SMC3 or NIPBL mutations are supposed to be inherited in an autosomal dominant pattern. Only one copy of the mutated gene can cause CdLS. An X-linked inheritance pattern is associated with SMC1A mutations. In other words, the responsible mutated gene is located on X chromosome (one of the two sex chromosomes). X-linked cases of CdLS affect both males and females similarly.

Cornelia de lange syndrome Diagnosis

Diagnosis is based on:

  • Symptoms manifested by sufferers
  • Medical history
  • Physical examination
  • Laboratory testing

Recommendation to a genetic specialist can also help in confirmation.

For parents of CdLS sufferers wanting to have more kids, prenatal ultrasound can help assess subsequent pregnancies. In some organizations, ultrasound is deemed as best for prenatal diagnosis.

Cornelia de lange syndrome Differential Diagnosis

It includes isolating the signs of CdLS from those of fetal alcohol syndrome and other rare genetic conditions.

Cornelia de lange syndrome Treatment

Cure involves:

Non-surgical approach

Early medical intervention helps improve:

  • Feeding problems
  • Urinary system anomalies
  • Congenital heart disease
  • Visual and hearing impairment

Medical intervention can include:

  • Emphasis of perceptual organizational tasks
  • Computer programs, to stress visual memory
  • Stressing fine motor activities in education
  • Tactile stimulation, during indirection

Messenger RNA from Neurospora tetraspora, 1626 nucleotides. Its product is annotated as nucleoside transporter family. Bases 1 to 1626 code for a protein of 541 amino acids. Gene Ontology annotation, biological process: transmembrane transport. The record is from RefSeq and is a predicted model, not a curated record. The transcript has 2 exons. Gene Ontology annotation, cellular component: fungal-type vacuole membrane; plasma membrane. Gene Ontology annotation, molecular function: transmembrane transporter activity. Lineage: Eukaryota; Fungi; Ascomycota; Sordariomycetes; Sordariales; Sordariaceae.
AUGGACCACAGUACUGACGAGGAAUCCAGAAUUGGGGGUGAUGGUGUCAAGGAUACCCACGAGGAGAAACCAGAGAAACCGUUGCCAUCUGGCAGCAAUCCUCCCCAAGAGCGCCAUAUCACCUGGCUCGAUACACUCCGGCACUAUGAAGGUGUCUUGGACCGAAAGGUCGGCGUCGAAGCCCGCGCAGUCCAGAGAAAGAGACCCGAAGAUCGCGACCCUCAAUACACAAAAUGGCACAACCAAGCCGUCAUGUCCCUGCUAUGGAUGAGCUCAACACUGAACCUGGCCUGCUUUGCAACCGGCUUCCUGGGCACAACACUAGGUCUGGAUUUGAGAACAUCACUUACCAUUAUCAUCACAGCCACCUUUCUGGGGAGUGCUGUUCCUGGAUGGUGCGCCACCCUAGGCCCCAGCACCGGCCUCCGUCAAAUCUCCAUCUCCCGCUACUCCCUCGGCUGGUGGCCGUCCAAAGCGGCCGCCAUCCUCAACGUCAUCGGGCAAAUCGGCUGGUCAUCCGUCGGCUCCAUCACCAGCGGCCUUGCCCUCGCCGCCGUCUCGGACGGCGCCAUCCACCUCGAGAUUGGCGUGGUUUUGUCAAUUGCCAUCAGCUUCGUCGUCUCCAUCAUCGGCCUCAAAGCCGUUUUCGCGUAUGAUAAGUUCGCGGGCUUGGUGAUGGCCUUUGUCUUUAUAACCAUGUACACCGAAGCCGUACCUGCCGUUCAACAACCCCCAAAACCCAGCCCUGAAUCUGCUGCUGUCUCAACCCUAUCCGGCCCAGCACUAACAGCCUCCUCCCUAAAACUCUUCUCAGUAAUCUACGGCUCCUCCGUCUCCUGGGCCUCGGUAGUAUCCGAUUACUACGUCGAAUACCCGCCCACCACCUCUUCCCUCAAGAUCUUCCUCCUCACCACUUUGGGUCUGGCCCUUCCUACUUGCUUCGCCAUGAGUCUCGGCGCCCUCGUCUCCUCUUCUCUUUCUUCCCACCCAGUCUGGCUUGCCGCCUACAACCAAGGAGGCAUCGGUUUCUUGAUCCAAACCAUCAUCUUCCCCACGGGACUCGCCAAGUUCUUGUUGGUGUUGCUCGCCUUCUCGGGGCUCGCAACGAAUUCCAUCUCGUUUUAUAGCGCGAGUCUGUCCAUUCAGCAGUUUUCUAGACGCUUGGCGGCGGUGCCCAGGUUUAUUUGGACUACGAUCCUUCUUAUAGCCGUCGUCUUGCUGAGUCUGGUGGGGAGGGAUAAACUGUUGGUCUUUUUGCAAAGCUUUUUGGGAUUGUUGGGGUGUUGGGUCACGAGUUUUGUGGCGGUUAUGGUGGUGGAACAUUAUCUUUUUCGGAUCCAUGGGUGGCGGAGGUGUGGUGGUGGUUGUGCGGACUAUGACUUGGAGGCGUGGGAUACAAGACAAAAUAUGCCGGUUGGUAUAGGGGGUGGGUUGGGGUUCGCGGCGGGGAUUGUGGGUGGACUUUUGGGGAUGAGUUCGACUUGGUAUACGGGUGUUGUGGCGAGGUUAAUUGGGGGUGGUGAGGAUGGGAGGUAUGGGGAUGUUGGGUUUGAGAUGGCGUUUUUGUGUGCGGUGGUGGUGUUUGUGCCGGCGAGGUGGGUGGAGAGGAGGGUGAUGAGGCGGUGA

Surgical approach

In some cases, surgery (under anesthesia effects) may be required for correction of:

  • Cleft palate
  • Gastroesophageal reflux disease
  • Hip dislocations
  • Intestinal malrotation/volvulus
  • Lacrimal duct stenosis
  • Nasal polyps
  • Pyloric stenosis
  • Undescended testis

Consultations

Guardians can consult the following specialists:

  • Cardiologists
  • Gastroenterologists and nutritionists
  • Geneticists
  • Hearing specialists
  • Nephrologists (for congenital abnormalities, impaired renal functions or recurrent urinary tract infections)
  • Neurologists
  • Ophthalmologists

Cornelia de lange syndrome Management

Management is primarily based on specialists. General practitioners ensure overall health supervision and regular hospital reviews and recommend genetic counseling. Recurrence risk is reduced for spontaneous mutations.

Cornelia de lange syndrome Prognosis

Most premature deaths occur in acutely affected neonates, within the first 2 years of life [4]. A slightly reduced life span is observed in survivors. Life expectancy depends on the general health as well as the level of care.

Cornelia de lange syndrome Support Group

The Cornelia de lange syndrome (CdLS) Foundation, which is a non-profit Connecticut-based organization, provides support to family members. It helps in early and proper diagnosis of CdLS and encourages research into the causes and symptoms of the disease.

Cornelia de lange syndrome Pictures

The images show the appearance of CdLS sufferers.

Picture of Cornelia de lange syndrome

Picture 1 – Cornelia de lange syndrome

Image of Cornelia de lange syndrome

Picture 2 – Cornelia de lange syndrome Image

Cornelia de lange syndrome ICD9 Code

The ICD9 Code for CdLS is 759.89.

References:

  1. Cornelia de lange syndrome (Wikipedia)
  2. Cornelia de lange syndrome (Medscape)
  3. Cornelia de lange syndrome (nlm.nih.gov)
  4. Cornelia de lange syndrome (Patient.info)